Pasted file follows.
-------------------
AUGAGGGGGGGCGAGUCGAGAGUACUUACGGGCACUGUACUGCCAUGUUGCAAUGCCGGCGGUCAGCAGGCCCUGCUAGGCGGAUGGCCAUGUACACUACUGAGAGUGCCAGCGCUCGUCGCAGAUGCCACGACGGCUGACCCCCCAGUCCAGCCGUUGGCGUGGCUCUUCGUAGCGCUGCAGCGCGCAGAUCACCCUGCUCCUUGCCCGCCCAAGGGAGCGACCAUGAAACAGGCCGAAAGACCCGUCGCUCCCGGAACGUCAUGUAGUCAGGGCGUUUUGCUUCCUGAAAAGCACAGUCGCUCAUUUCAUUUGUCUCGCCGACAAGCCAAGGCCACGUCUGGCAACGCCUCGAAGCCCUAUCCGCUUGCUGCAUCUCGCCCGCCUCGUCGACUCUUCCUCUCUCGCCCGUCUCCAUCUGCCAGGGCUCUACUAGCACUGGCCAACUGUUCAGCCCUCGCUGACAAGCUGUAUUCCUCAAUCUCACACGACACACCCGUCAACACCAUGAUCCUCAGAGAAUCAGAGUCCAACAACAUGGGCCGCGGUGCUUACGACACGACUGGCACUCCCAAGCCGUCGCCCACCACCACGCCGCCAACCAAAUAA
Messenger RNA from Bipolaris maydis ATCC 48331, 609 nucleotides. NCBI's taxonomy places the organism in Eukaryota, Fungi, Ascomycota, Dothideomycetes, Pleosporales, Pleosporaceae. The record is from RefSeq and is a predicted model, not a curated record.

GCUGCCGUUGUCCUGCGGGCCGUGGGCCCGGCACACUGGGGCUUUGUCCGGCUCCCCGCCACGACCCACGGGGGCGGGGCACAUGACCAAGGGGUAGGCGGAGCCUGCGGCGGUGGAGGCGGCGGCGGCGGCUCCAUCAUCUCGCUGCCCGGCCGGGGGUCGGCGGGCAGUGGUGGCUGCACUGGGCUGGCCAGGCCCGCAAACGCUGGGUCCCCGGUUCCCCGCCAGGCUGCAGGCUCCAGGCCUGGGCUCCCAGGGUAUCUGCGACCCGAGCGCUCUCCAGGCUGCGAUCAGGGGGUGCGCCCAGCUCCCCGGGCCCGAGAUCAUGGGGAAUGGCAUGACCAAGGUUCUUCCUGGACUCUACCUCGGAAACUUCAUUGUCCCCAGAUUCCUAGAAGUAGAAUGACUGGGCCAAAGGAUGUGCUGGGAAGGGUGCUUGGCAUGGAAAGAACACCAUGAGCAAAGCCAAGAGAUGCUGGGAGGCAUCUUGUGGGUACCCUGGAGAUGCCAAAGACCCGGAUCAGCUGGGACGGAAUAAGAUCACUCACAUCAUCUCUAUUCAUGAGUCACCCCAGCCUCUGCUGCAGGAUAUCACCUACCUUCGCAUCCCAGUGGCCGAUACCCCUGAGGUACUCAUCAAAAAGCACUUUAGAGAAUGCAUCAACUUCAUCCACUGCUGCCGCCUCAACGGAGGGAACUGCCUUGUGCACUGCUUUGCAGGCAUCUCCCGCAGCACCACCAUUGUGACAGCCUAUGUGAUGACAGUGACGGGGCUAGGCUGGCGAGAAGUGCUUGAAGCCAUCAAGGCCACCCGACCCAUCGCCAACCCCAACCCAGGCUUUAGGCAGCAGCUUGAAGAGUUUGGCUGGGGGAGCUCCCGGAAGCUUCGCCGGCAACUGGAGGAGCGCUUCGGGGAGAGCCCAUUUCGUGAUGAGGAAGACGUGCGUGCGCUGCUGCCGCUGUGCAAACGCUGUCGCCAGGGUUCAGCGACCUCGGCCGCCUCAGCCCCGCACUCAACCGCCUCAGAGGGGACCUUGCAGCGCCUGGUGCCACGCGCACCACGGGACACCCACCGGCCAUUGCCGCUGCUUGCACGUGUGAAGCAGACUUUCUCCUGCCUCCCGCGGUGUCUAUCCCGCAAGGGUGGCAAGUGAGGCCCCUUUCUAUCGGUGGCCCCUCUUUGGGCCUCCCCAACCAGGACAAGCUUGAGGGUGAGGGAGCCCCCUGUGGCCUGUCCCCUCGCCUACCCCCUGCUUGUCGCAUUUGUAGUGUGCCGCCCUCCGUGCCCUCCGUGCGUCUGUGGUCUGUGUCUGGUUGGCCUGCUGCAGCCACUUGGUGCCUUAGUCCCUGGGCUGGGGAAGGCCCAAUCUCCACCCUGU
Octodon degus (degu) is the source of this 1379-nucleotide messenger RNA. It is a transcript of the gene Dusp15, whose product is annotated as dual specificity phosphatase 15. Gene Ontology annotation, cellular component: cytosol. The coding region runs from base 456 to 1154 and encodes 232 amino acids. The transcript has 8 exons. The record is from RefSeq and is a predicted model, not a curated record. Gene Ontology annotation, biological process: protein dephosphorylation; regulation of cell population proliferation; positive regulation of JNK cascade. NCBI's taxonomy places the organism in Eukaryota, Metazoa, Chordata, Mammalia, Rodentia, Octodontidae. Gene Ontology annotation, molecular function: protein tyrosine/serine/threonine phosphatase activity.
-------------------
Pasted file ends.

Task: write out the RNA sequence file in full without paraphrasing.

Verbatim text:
AUGAGGGGGGGCGAGUCGAGAGUACUUACGGGCACUGUACUGCCAUGUUGCAAUGCCGGCGGUCAGCAGGCCCUGCUAGGCGGAUGGCCAUGUACACUACUGAGAGUGCCAGCGCUCGUCGCAGAUGCCACGACGGCUGACCCCCCAGUCCAGCCGUUGGCGUGGCUCUUCGUAGCGCUGCAGCGCGCAGAUCACCCUGCUCCUUGCCCGCCCAAGGGAGCGACCAUGAAACAGGCCGAAAGACCCGUCGCUCCCGGAACGUCAUGUAGUCAGGGCGUUUUGCUUCCUGAAAAGCACAGUCGCUCAUUUCAUUUGUCUCGCCGACAAGCCAAGGCCACGUCUGGCAACGCCUCGAAGCCCUAUCCGCUUGCUGCAUCUCGCCCGCCUCGUCGACUCUUCCUCUCUCGCCCGUCUCCAUCUGCCAGGGCUCUACUAGCACUGGCCAACUGUUCAGCCCUCGCUGACAAGCUGUAUUCCUCAAUCUCACACGACACACCCGUCAACACCAUGAUCCUCAGAGAAUCAGAGUCCAACAACAUGGGCCGCGGUGCUUACGACACGACUGGCACUCCCAAGCCGUCGCCCACCACCACGCCGCCAACCAAAUAA
Messenger RNA from Bipolaris maydis ATCC 48331, 609 nucleotides. NCBI's taxonomy places the organism in Eukaryota, Fungi, Ascomycota, Dothideomycetes, Pleosporales, Pleosporaceae. The record is from RefSeq and is a predicted model, not a curated record.

GCUGCCGUUGUCCUGCGGGCCGUGGGCCCGGCACACUGGGGCUUUGUCCGGCUCCCCGCCACGACCCACGGGGGCGGGGCACAUGACCAAGGGGUAGGCGGAGCCUGCGGCGGUGGAGGCGGCGGCGGCGGCUCCAUCAUCUCGCUGCCCGGCCGGGGGUCGGCGGGCAGUGGUGGCUGCACUGGGCUGGCCAGGCCCGCAAACGCUGGGUCCCCGGUUCCCCGCCAGGCUGCAGGCUCCAGGCCUGGGCUCCCAGGGUAUCUGCGACCCGAGCGCUCUCCAGGCUGCGAUCAGGGGGUGCGCCCAGCUCCCCGGGCCCGAGAUCAUGGGGAAUGGCAUGACCAAGGUUCUUCCUGGACUCUACCUCGGAAACUUCAUUGUCCCCAGAUUCCUAGAAGUAGAAUGACUGGGCCAAAGGAUGUGCUGGGAAGGGUGCUUGGCAUGGAAAGAACACCAUGAGCAAAGCCAAGAGAUGCUGGGAGGCAUCUUGUGGGUACCCUGGAGAUGCCAAAGACCCGGAUCAGCUGGGACGGAAUAAGAUCACUCACAUCAUCUCUAUUCAUGAGUCACCCCAGCCUCUGCUGCAGGAUAUCACCUACCUUCGCAUCCCAGUGGCCGAUACCCCUGAGGUACUCAUCAAAAAGCACUUUAGAGAAUGCAUCAACUUCAUCCACUGCUGCCGCCUCAACGGAGGGAACUGCCUUGUGCACUGCUUUGCAGGCAUCUCCCGCAGCACCACCAUUGUGACAGCCUAUGUGAUGACAGUGACGGGGCUAGGCUGGCGAGAAGUGCUUGAAGCCAUCAAGGCCACCCGACCCAUCGCCAACCCCAACCCAGGCUUUAGGCAGCAGCUUGAAGAGUUUGGCUGGGGGAGCUCCCGGAAGCUUCGCCGGCAACUGGAGGAGCGCUUCGGGGAGAGCCCAUUUCGUGAUGAGGAAGACGUGCGUGCGCUGCUGCCGCUGUGCAAACGCUGUCGCCAGGGUUCAGCGACCUCGGCCGCCUCAGCCCCGCACUCAACCGCCUCAGAGGGGACCUUGCAGCGCCUGGUGCCACGCGCACCACGGGACACCCACCGGCCAUUGCCGCUGCUUGCACGUGUGAAGCAGACUUUCUCCUGCCUCCCGCGGUGUCUAUCCCGCAAGGGUGGCAAGUGAGGCCCCUUUCUAUCGGUGGCCCCUCUUUGGGCCUCCCCAACCAGGACAAGCUUGAGGGUGAGGGAGCCCCCUGUGGCCUGUCCCCUCGCCUACCCCCUGCUUGUCGCAUUUGUAGUGUGCCGCCCUCCGUGCCCUCCGUGCGUCUGUGGUCUGUGUCUGGUUGGCCUGCUGCAGCCACUUGGUGCCUUAGUCCCUGGGCUGGGGAAGGCCCAAUCUCCACCCUGU
Octodon degus (degu) is the source of this 1379-nucleotide messenger RNA. It is a transcript of the gene Dusp15, whose product is annotated as dual specificity phosphatase 15. Gene Ontology annotation, cellular component: cytosol. The coding region runs from base 456 to 1154 and encodes 232 amino acids. The transcript has 8 exons. The record is from RefSeq and is a predicted model, not a curated record. Gene Ontology annotation, biological process: protein dephosphorylation; regulation of cell population proliferation; positive regulation of JNK cascade. NCBI's taxonomy places the organism in Eukaryota, Metazoa, Chordata, Mammalia, Rodentia, Octodontidae. Gene Ontology annotation, molecular function: protein tyrosine/serine/threonine phosphatase activity.